The generalized delta rule (Rumelhart, Hinton & Williams, 1986) is used to train a multilayer perceptron to mediate a desired input-output mapping. It is a form of supervised learning; a finite set of input-output pairs are presented iteratively, in random order during training. Prior to training, a network is a “pretty blank” slate; all of its connection weights, and all of the biases of its activation functions, are initialized as small, random numbers. The generalized delta rule involves repeatedly presenting input-output pairs and then modifying weights. The purpose of weight modification is to reduce overall network error.

A single presentation of an input-output pair proceeds as follows: First, the input pattern is presented, which causes signals to be sent to hidden units, which activate and send signals to the output units, which activate to represent the network’s response to the input pattern. Second, the output unit responses are compared to the desired responses; an error term is computed for each output unit. Third, an output unit’s error is used to modify the weights of its connections. This is accomplished by adding a weight change to the existing weight. The weight change is computed by multiplying four different numbers together: a learning rate, the derivative of the unit’s activation function, the output unit’s error, and the current activity at the input end of the connection. Up to this point, learning is functionally the same as performing gradient descent training on a perceptron (Dawson, 2004).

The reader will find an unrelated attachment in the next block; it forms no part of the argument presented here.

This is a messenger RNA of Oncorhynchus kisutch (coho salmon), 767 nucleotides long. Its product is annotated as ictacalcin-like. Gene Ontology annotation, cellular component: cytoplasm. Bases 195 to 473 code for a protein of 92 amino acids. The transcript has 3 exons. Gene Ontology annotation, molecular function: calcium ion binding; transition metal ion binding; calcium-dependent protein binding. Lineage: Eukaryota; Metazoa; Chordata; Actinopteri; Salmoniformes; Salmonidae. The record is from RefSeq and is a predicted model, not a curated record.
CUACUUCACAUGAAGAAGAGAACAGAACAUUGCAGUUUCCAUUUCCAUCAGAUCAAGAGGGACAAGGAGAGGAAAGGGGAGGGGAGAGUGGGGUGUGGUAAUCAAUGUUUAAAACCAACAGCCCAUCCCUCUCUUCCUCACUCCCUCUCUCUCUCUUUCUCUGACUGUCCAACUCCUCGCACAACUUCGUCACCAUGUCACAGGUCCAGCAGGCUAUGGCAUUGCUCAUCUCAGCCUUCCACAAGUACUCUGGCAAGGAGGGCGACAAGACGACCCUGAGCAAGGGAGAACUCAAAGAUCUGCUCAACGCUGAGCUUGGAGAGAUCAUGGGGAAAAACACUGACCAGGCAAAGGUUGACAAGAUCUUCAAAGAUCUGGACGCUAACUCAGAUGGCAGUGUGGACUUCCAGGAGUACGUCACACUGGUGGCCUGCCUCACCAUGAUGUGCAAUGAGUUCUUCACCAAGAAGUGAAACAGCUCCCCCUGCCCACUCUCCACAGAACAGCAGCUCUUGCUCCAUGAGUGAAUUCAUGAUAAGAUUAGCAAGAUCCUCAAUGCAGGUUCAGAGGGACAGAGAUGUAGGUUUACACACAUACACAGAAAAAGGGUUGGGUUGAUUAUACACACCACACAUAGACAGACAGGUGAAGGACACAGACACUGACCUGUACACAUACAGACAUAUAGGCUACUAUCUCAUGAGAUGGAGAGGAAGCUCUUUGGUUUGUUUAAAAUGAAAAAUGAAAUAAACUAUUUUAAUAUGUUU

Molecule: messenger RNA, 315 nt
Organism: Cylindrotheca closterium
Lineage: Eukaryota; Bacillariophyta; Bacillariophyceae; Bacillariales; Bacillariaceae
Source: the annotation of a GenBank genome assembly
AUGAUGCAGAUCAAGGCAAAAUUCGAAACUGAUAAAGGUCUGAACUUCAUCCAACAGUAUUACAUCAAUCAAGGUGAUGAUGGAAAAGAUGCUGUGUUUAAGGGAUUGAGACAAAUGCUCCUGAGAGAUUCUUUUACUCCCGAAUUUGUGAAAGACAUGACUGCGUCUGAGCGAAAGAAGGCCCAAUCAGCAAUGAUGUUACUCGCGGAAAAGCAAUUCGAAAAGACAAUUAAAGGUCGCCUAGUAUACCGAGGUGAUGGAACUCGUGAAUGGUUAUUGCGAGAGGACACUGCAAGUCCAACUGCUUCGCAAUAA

The fourth step differentiates the generalized delta rule from older rules: each hidden unit computes its error. This is done by treating an output unit’s error as if it were activity, and sending it backwards as a signal through a connection to a hidden unit. As this signal is sent, it is multiplied by the weight of the connection. Each hidden unit computes its error by summing together all of the error signals that it receives from the output units to which it is connected. Fifth, once hidden unit error has been computed, the weights of the hidden units can be modified using the same equation that was used to alter the weights of each of the output units.

This procedure can be repeated iteratively if there is more than one layer of hidden units. That is, the error of each hidden unit in one layer can be propagated backwards to an adjacent layer as an error signal once the hidden unit weights have been modified. Learning about this one pattern stops once all of the connections have been modified. Then the next training pattern can be presented to the input units, and the learning process occurs again.

**References:**

- Dawson, M. R. W. (2004).
*Minds And Machines: Connectionism And Psychological Modeling*. Malden, MA: Blackwell Pub.
- Rumelhart, D. E., Hinton, G. E., & Williams, R. J. (1986). Learning representations by back-propagating errors.
*Nature, 323*, 533-536.

(Added April 2011)